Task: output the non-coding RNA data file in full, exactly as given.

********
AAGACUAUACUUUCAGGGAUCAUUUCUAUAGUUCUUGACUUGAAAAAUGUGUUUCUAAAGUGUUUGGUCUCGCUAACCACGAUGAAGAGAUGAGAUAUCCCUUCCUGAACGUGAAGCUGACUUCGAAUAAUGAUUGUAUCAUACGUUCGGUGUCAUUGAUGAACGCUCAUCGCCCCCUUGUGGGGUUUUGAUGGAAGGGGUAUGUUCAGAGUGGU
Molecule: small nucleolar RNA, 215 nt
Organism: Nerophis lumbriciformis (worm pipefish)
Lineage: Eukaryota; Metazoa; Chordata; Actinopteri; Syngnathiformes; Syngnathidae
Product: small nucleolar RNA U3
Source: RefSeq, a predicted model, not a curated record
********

AAGACUAUACUUUCAGGGAUCAUUUCUAUAGUUCUUGACUUGAAAAAUGUGUUUCUAAAGUGUUUGGUCUCGCUAACCACGAUGAAGAGAUGAGAUAUCCCUUCCUGAACGUGAAGCUGACUUCGAAUAAUGAUUGUAUCAUACGUUCGGUGUCAUUGAUGAACGCUCAUCGCCCCCUUGUGGGGUUUUGAUGGAAGGGGUAUGUUCAGAGUGGU
Molecule: small nucleolar RNA, 215 nt
Organism: Nerophis lumbriciformis (worm pipefish)
Lineage: Eukaryota; Metazoa; Chordata; Actinopteri; Syngnathiformes; Syngnathidae
Product: small nucleolar RNA U3
Source: RefSeq, a predicted model, not a curated record